Methadone Hydrochloride is an opioid or synthetic opiate. Treatment was originally created for use as an analgesic, or painkiller, to treat severe pain.
Treatment is still occasionally used for pain relief but is primarily used today for the treatment of narcotic addiction, aiding in detoxification of drugs such as heroin to counter withdrawal symptoms. Its effects can last up to 36 hours, providing a longer-lasting alternative to morphine-based drugs. This allows for once-a-day administration for recovering heroin addicts using methadone in detoxification and maintenance programs.
The substance usually appears in a liquid form that is swallowed. It is also prescribed in tablet form and as injectable ampules. Like many other medicines, prescribed methadone sometimes becomes available illegally, leading to street use of.
When use is medically supervised, side-effects are generally minimal, although it brings the threat of the entire spectrum of opioid side effects, including tolerance and an excruciatingly powerful addiction. Addiction is one of the most powerful drug addictions, rendering the user completely dependent. Severe withdrawal symptoms prevent users from quitting cold turkey – patients report that it’s easier to quit heroin cold turkey than it is to kick an addiction. Addicts can suffer from extended post-acute withdrawal syndrome for many months. It is long-acting and can remain in the body for several days. Physical effects can include constipation, nausea, vomiting, vertigo, edema, suppressed cough reflex, contracted pupils, drowsiness, and hypotension or bronchospasms brought on by the histamines released. Respiratory depressions can be a threat. Female users may not have regular menstruation but will still be able to conceive.
Once the initial effects wear off, withdrawal sets in for those who use regularly, whether prescribed or not.Withdrawal symptoms may begin with a nervous, jittery feeling. Next, come muscle contractions. One user describes it as if his legs and arms are “like rubber bands, being stretched and pulled to their max and then constricting to a shape that isn’t natural”. Users will tell you that withdrawal is unbearable. They may writhe and scream in pain, unable to stand or walk properly. Convulsions may cause them to fall over. Sweats, diarrhea, and hallucinations follow, and the user is unable to think clearly. One user reported losing 7 pounds when he was unable to refill his prescription and experienced withdrawal over a couple days. His withdrawal symptoms were relieved when he was able to obtain more of the drug. He comments on the desperation typically experienced when withdrawal sets in: “When I was in the throes of withdrawal there’s not much I wouldn’t have done to relieve the symptoms.”Recovery from addiction must address the acute withdrawal symptoms over the long term.
A common danger of methadone addiction is an overdose. Symptoms of overdose include:
- Muscle spasticity throughout the body
- Difficulty breathing
- Slow, shallow and labored breathing
- Stopped breathing (sometimes fatal within 2-4 hours)
- Pinpoint pupils
- Bluish skin
- Bluish fingernails and lips
- Spasms of the stomach and/or intestinal tract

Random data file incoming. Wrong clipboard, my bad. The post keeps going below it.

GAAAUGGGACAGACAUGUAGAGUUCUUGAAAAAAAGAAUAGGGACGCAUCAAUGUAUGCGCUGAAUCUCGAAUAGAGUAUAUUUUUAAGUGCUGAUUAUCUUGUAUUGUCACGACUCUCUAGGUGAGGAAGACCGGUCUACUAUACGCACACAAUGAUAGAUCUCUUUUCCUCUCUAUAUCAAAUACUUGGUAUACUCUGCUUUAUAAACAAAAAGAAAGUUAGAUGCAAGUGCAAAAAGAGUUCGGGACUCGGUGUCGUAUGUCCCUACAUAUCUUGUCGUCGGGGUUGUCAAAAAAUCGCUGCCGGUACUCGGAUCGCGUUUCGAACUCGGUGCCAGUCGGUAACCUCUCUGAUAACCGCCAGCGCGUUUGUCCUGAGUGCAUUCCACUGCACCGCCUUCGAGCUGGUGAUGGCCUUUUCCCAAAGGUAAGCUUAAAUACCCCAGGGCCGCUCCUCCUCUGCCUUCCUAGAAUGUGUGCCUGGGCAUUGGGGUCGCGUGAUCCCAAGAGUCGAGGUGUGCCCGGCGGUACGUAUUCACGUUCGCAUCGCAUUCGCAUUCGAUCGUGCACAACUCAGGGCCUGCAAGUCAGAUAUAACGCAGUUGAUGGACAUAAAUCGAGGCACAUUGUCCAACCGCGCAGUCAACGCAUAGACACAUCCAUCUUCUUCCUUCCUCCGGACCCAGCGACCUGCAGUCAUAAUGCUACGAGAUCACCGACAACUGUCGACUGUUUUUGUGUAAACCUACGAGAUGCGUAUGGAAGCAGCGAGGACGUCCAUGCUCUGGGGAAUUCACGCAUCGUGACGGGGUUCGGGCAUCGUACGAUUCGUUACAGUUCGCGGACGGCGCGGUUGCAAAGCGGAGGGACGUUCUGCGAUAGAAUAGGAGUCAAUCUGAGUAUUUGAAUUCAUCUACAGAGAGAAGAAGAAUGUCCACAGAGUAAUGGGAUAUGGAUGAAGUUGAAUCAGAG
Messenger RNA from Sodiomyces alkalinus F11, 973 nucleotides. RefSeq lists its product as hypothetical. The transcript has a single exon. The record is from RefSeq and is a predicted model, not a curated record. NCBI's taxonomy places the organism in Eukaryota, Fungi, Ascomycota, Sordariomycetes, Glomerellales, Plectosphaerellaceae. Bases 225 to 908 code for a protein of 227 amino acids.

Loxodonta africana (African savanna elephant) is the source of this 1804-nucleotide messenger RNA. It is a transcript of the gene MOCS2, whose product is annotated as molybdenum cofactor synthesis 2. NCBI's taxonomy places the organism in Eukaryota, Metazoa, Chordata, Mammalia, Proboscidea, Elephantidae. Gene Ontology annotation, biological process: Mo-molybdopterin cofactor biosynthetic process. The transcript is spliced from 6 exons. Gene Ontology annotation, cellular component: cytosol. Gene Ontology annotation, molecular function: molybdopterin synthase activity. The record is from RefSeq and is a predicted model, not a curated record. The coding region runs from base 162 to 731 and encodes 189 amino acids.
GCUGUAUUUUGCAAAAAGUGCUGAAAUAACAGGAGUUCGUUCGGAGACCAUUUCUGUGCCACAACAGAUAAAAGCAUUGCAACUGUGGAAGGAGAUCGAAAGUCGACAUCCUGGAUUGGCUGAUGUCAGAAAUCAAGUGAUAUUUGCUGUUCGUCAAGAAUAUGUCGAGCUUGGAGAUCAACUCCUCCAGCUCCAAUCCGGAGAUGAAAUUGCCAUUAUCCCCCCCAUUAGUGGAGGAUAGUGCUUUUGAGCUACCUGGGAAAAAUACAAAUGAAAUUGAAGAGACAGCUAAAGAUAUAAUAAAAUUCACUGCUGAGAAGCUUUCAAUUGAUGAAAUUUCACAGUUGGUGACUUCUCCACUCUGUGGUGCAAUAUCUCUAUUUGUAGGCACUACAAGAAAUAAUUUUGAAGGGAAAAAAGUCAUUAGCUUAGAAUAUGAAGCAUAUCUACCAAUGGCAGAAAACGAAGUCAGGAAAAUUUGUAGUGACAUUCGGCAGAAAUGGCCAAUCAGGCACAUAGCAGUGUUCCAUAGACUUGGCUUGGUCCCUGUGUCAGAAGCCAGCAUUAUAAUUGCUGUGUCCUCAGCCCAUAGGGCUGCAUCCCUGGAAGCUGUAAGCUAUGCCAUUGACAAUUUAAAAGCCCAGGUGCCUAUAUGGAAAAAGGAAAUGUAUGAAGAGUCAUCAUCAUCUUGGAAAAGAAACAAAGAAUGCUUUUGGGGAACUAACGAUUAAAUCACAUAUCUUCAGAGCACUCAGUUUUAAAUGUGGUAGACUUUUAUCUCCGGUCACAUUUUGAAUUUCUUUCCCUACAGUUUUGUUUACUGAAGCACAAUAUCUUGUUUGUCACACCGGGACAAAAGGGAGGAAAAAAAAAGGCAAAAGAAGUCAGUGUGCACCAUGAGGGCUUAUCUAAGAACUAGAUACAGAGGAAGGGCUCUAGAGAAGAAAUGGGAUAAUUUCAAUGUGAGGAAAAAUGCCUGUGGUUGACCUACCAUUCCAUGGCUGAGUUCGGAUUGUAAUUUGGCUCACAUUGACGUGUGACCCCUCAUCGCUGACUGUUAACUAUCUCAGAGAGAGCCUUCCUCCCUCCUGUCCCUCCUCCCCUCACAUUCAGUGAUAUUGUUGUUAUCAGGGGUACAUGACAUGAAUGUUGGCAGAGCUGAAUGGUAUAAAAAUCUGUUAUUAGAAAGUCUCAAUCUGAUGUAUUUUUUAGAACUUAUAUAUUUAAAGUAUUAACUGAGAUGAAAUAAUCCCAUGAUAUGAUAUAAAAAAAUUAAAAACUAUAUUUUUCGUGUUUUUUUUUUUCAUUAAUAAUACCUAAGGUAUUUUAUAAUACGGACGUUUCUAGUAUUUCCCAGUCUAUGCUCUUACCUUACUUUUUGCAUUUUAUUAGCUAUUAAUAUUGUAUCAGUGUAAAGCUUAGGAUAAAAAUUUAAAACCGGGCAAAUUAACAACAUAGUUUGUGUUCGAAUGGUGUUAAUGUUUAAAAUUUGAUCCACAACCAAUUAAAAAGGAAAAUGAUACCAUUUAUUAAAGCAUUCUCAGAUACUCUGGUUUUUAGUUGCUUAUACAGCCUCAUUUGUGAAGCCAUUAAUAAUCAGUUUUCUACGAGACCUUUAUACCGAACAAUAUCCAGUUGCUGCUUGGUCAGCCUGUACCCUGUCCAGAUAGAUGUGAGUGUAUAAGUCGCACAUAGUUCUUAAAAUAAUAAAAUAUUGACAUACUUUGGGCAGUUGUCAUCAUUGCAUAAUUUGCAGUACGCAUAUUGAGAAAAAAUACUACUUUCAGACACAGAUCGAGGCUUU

- Weak pulse
- Low blood pressure
- Coma or death
Treatment in Drug Detoxification
Methadone detoxification treatment is often used in heroin detox programs. Although an extremely effective tool in removing heroin addiction and cravings, use must be carefully monitored by health professionals. It is critical that patients’ tolerance levels are accurately assessed to avoid administration of too high a dose when entering a treatment program. Diseases such as hepatitis and pneumonia and the use of other drugs can complicate issues with treatment, as well. Upon entry to a detox program that requires treatment, it is important to begin with a low dosage that can be increased slowly in the course of weeks or even months to treat heroin dependence. A tolerant user can function normally with dosages that can be fatal to a non-tolerant person. However, the majority of deaths occur from illicit use.
Methadone Addiction Treatment
Transitions Recovery drug treatment center offers hope for those suffering from addiction and withdrawal.Our professional drug treatment center staff is experienced in helping youth and people of all ages recover from drug and alcohol abuse. We provide a compassionate, supportive environment in our North Miami Beach, Florida, drug treatment center.
We work individually with addiction patients as well as in group sessions and a Family Program, after methadone detoxification. Emphasis on recovery and maintained sobriety helps prepare the patient for gradual re-entry into society. Admissions can be accepted 7 days a week. Trained addiction professionals conduct individual assessments that address each individual’s treatment needs.
You’ll find our treatment programs offer access to a continuum of care that provides the intensity of therapy appropriate throughout each stage of methadone recovery, from extended residential care to lifetime aftercare services. The individual program incorporates leading forms of therapy that have proven effective in addressing underlying causes of drug use, dual diagnosis, and issues with family, employers, school and the legal system. Treatment does not need to be voluntary. Often, a family member, employer, or the court system can be the motivating factor for an individual receiving drug treatment.